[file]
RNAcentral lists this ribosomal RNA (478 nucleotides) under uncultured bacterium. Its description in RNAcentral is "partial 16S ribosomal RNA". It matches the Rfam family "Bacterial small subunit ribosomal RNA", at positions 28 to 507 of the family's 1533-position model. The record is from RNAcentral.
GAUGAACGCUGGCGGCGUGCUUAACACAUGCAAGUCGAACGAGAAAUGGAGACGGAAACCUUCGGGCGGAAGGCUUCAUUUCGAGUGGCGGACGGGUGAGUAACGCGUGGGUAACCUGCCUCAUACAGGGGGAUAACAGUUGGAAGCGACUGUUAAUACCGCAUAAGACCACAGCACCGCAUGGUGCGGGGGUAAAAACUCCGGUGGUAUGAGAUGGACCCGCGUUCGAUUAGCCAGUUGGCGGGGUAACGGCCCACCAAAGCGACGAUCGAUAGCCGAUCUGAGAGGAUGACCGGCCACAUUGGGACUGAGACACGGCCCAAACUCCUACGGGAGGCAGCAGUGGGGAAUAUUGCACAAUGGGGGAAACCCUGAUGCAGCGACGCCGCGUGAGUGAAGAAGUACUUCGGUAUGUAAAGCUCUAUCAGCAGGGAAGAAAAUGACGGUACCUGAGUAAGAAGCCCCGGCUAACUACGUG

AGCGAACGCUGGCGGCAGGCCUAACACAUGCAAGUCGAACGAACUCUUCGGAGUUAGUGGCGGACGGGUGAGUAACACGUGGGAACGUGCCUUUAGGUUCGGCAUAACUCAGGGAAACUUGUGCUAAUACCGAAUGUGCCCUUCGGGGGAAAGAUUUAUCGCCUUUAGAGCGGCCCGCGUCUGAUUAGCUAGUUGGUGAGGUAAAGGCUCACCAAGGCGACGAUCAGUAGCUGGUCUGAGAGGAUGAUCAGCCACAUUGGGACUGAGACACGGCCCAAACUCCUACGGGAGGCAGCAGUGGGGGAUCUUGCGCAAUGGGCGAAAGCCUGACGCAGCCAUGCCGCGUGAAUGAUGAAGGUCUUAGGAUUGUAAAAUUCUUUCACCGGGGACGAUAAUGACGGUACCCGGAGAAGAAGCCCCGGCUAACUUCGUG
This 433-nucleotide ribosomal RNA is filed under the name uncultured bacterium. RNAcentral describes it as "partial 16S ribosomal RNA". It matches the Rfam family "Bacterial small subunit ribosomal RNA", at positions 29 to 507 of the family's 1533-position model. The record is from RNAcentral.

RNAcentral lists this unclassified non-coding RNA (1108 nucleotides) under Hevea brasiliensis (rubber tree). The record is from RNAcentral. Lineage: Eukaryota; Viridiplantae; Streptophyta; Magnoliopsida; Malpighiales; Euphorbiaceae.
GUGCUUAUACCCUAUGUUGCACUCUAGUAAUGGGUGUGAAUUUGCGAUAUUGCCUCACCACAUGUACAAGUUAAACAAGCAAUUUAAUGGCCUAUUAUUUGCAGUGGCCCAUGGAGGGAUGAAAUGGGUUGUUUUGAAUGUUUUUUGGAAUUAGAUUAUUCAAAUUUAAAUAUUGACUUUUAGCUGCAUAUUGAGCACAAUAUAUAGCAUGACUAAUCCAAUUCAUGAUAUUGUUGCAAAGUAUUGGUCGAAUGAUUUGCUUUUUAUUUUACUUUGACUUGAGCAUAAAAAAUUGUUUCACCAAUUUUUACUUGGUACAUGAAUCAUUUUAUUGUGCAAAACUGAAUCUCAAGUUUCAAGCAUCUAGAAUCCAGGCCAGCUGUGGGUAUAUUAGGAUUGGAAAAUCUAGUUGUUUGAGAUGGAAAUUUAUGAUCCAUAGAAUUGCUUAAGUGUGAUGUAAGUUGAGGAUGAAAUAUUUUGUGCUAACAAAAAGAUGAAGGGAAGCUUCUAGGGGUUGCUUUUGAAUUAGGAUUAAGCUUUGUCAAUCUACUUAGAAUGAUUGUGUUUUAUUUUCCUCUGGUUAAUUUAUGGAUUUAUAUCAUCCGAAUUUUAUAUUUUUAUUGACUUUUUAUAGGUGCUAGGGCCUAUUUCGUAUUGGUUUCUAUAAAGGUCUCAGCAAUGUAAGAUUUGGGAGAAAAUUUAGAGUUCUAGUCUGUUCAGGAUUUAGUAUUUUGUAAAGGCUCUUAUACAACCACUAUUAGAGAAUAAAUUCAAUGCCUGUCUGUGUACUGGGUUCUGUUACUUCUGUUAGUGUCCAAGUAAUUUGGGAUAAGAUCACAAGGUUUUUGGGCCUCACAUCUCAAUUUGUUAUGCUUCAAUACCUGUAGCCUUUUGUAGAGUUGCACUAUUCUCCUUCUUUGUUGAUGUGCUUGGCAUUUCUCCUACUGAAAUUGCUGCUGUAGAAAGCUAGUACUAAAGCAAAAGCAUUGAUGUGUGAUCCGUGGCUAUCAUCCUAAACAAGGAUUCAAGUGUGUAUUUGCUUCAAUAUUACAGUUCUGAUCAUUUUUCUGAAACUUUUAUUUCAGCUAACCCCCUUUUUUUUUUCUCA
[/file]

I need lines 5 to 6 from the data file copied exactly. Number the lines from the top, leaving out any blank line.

RNAcentral lists this unclassified non-coding RNA (1108 nucleotides) under Hevea brasiliensis (rubber tree). The record is from RNAcentral. Lineage: Eukaryota; Viridiplantae; Streptophyta; Magnoliopsida; Malpighiales; Euphorbiaceae.
GUGCUUAUACCCUAUGUUGCACUCUAGUAAUGGGUGUGAAUUUGCGAUAUUGCCUCACCACAUGUACAAGUUAAACAAGCAAUUUAAUGGCCUAUUAUUUGCAGUGGCCCAUGGAGGGAUGAAAUGGGUUGUUUUGAAUGUUUUUUGGAAUUAGAUUAUUCAAAUUUAAAUAUUGACUUUUAGCUGCAUAUUGAGCACAAUAUAUAGCAUGACUAAUCCAAUUCAUGAUAUUGUUGCAAAGUAUUGGUCGAAUGAUUUGCUUUUUAUUUUACUUUGACUUGAGCAUAAAAAAUUGUUUCACCAAUUUUUACUUGGUACAUGAAUCAUUUUAUUGUGCAAAACUGAAUCUCAAGUUUCAAGCAUCUAGAAUCCAGGCCAGCUGUGGGUAUAUUAGGAUUGGAAAAUCUAGUUGUUUGAGAUGGAAAUUUAUGAUCCAUAGAAUUGCUUAAGUGUGAUGUAAGUUGAGGAUGAAAUAUUUUGUGCUAACAAAAAGAUGAAGGGAAGCUUCUAGGGGUUGCUUUUGAAUUAGGAUUAAGCUUUGUCAAUCUACUUAGAAUGAUUGUGUUUUAUUUUCCUCUGGUUAAUUUAUGGAUUUAUAUCAUCCGAAUUUUAUAUUUUUAUUGACUUUUUAUAGGUGCUAGGGCCUAUUUCGUAUUGGUUUCUAUAAAGGUCUCAGCAAUGUAAGAUUUGGGAGAAAAUUUAGAGUUCUAGUCUGUUCAGGAUUUAGUAUUUUGUAAAGGCUCUUAUACAACCACUAUUAGAGAAUAAAUUCAAUGCCUGUCUGUGUACUGGGUUCUGUUACUUCUGUUAGUGUCCAAGUAAUUUGGGAUAAGAUCACAAGGUUUUUGGGCCUCACAUCUCAAUUUGUUAUGCUUCAAUACCUGUAGCCUUUUGUAGAGUUGCACUAUUCUCCUUCUUUGUUGAUGUGCUUGGCAUUUCUCCUACUGAAAUUGCUGCUGUAGAAAGCUAGUACUAAAGCAAAAGCAUUGAUGUGUGAUCCGUGGCUAUCAUCCUAAACAAGGAUUCAAGUGUGUAUUUGCUUCAAUAUUACAGUUCUGAUCAUUUUUCUGAAACUUUUAUUUCAGCUAACCCCCUUUUUUUUUUCUCA